The one & only...

The one & only...

Aparna’s voice has always made itself known. Soft, low and capable of outstanding enunciation, it has travelled along radio waves and through television to inform and entertain people for close to 3 decades.

Of late, it warns passengers on Namma Metro to ‘mind the gap before boarding and deboarding’, in Kannada. The voice has the distinction of anchoring more than 8,000 shows so far.

Aparna declares that anchoring, “the art that she absolutely loves,” will continue to be her “bread and butter.” She is in between a shooting on the sets of the comedy talk show Majaa Talkies at Kanteerava Studios, Bengaluru.

The artiste has expanded her sprawling artistic turf by playing the recurring character on the show, ‘the one and only’ Varalakshmi, or Varu, surprising everyone, including her. It’s not the actor’s return to the small screen that has surprised viewers (her performances have been in acclaimed serials like Moodala Mane and Mukta), but her choice of character.

In character
Vain and boastful, the ever-single Varu’s deadly serious claims are of kinship with the likes of (Barack) Obama and Sallu (Salman Khan), but her earnest bluff is for everyone to see. Her poetic renditions and monologues are popular with the crowd, drawing much laughter from them, but are mocked by ‘brother-in-law’ and host of Majaa Talkies, Srujan Lokesh, or Sruja, as she calls him.

Aparna remembers “having a hearty laugh” when in late 2014, Srujan called her with the proposition to take on the role of Varu. “I wondered what I would do in a comedy show. Basically, I have an image of being serious, of taking on serious roles. It becomes a frame, and we are just there. Plus, nobody pushes us to take risks, sometimes we don’t venture. It took me some time to convince myself, with support from Sruja, to accept the offer.”

The once-sketchy character of Varu that “Sruja first brought to me and let me improvise” has had a dream run of completing 125 episodes on the show. “I’m fascinated by vain characters — the ‘I’ people. I love observing their behaviour. And, since I have studied Sociology, I love it all the more. Look around, such people are everywhere. So, I suggested to Sruja that we could bring in somebody who thinks she is best at everything; to take a shot at someone who is built on the ideals of seriousness and conviction, yet cannot be taken seriously. But I had also told him to kill my character if she didn’t connect with the audiences. I had self-doubt,” she laughs.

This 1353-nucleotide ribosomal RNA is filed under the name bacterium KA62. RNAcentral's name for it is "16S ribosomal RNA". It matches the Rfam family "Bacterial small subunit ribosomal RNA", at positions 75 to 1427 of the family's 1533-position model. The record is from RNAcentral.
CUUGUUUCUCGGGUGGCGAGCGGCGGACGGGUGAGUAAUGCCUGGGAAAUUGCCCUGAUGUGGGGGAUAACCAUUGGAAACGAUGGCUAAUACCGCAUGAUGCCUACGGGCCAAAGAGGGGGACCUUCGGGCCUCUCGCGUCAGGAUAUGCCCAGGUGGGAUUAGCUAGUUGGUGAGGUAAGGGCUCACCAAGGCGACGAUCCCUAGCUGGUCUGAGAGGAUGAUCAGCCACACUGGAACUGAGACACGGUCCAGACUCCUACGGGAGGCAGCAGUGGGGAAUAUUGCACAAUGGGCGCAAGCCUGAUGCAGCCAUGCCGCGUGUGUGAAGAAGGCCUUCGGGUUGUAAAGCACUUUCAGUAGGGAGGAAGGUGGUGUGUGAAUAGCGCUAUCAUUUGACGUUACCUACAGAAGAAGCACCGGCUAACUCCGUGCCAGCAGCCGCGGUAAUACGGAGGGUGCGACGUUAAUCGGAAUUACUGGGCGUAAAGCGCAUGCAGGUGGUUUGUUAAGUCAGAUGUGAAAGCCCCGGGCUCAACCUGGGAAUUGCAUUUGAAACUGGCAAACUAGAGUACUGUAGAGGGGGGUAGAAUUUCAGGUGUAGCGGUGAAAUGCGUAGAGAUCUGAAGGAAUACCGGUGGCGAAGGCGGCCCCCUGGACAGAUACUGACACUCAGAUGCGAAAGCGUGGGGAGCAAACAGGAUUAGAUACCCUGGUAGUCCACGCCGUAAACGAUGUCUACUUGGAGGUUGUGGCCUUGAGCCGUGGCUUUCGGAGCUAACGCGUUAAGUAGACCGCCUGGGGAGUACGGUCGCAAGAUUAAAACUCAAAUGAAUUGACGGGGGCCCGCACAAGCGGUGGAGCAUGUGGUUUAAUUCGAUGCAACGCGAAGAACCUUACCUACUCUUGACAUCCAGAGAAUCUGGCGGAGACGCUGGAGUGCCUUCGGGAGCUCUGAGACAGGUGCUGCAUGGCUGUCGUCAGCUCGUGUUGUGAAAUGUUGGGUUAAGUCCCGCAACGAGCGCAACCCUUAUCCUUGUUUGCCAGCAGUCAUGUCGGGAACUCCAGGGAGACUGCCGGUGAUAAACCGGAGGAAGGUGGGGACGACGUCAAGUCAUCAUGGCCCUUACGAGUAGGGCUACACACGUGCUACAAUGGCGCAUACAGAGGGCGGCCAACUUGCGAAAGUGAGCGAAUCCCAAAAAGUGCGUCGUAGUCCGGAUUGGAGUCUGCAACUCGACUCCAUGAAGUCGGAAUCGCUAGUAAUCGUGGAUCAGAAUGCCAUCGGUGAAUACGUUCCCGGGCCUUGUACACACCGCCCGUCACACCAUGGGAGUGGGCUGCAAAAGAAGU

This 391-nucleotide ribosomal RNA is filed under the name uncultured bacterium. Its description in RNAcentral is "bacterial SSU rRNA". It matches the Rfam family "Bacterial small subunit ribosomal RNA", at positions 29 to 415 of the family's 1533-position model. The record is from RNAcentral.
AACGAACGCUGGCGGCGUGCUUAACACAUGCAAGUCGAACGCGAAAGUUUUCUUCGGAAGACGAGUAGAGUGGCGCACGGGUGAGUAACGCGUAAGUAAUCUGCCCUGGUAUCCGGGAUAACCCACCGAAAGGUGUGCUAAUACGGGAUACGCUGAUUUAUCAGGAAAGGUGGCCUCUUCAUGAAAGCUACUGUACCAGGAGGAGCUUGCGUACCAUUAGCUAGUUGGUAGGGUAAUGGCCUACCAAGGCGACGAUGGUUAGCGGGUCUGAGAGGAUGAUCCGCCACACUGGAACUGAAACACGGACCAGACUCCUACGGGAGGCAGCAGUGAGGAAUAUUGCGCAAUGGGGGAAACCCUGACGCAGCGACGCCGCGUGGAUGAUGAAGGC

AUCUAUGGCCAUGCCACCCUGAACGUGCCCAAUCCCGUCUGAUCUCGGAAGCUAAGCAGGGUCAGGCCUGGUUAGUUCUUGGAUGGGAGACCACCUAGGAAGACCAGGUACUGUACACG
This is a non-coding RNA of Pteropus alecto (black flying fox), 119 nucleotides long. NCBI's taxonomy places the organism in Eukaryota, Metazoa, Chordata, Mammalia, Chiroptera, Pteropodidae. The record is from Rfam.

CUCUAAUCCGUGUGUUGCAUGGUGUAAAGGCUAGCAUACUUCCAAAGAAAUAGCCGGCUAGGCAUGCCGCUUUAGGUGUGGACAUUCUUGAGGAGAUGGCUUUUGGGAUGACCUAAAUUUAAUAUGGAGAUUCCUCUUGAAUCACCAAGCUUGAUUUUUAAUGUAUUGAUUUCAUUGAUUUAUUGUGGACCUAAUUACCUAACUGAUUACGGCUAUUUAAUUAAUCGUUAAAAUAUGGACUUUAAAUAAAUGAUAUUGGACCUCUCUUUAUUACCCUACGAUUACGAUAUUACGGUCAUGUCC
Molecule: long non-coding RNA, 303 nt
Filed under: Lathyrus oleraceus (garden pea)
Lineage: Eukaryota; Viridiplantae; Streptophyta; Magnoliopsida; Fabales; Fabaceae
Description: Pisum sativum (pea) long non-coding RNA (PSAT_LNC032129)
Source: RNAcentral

The trick behind successful entertainment is to uproot in viewers the comfortable knowledge of what to expect. So, when the actor, known for her serious and no-nonsensical voice, makes tall claims of fame and fortune as Varu, many have asked, “Why this?” And more importantly, “Why now?”

Aparna’s answer is a 2-word question, “Why not?” “As an actor, I want to experiment with all sorts of roles. But I can see confusion on people’s faces when they talk to me now. Because, as a show host, I’m just my serious self and reserved. They just can’t believe that this person has made them laugh.”

The silently spirited actor calls Bengaluru her home, and her childhood as the part of life actively guided by her father, Narayanaswamy, a journalist of repute.

“In my younger days, many Sunday evenings would mean visiting film sets with my father. At home, there were visitors from the Kannada film fraternity. I would listen to them, although the subjects they discussed were beyond me.” Just a conversation with the artistes would mean to learn the art of speaking coherently for young Aparna. “My father also encouraged my brother and me to go out, learn, and experience the world,” she remembers.

In a 2014 TV interview, she goes back in time (to the 90s), to the stint with AIR as an announcer, and recalls that her father’s reply to her successful presentation was pointing out a repetition in her announcement. She credits his well-meaning criticism over the years for her command over Kannada.

Filmi chakkar
Aparna has dabbled in films as well, after her breakthrough in Puttanna Kanagal’s Masanada Hoovu in 1984. “I was there in around 10 films. But that’s about it. I didn’t get to play the roles I wanted. The roles I had in mind were based on the films my father made me watch — by the greats like Shyam Benegal and Satyajit Ray. Since I didn’t get such opportunities, I quit films. That’s when Doordarshan (DD) came as a blessing for me; for all 1-film wonders of the time, actually.”

As a TV presenter, Aparna has been part of all major productions on DD between 1990 and 2000, including the historic 8-hour continuous live quiz programme she conducted for Deepaavali in 1998, a first in Karnataka’s television history.

Now, the actor has clinched the centrestage again. “I feel an actor is successful when he is recognised by his character, not by his name. Varu has given me a lot of encouragement. She is loved by everyone. At an event where I was the host, the person who thanked the gathering began to introduce my name as ‘the one and only Varalakshmi’, by mistake, but soon changed it to Aparna!”

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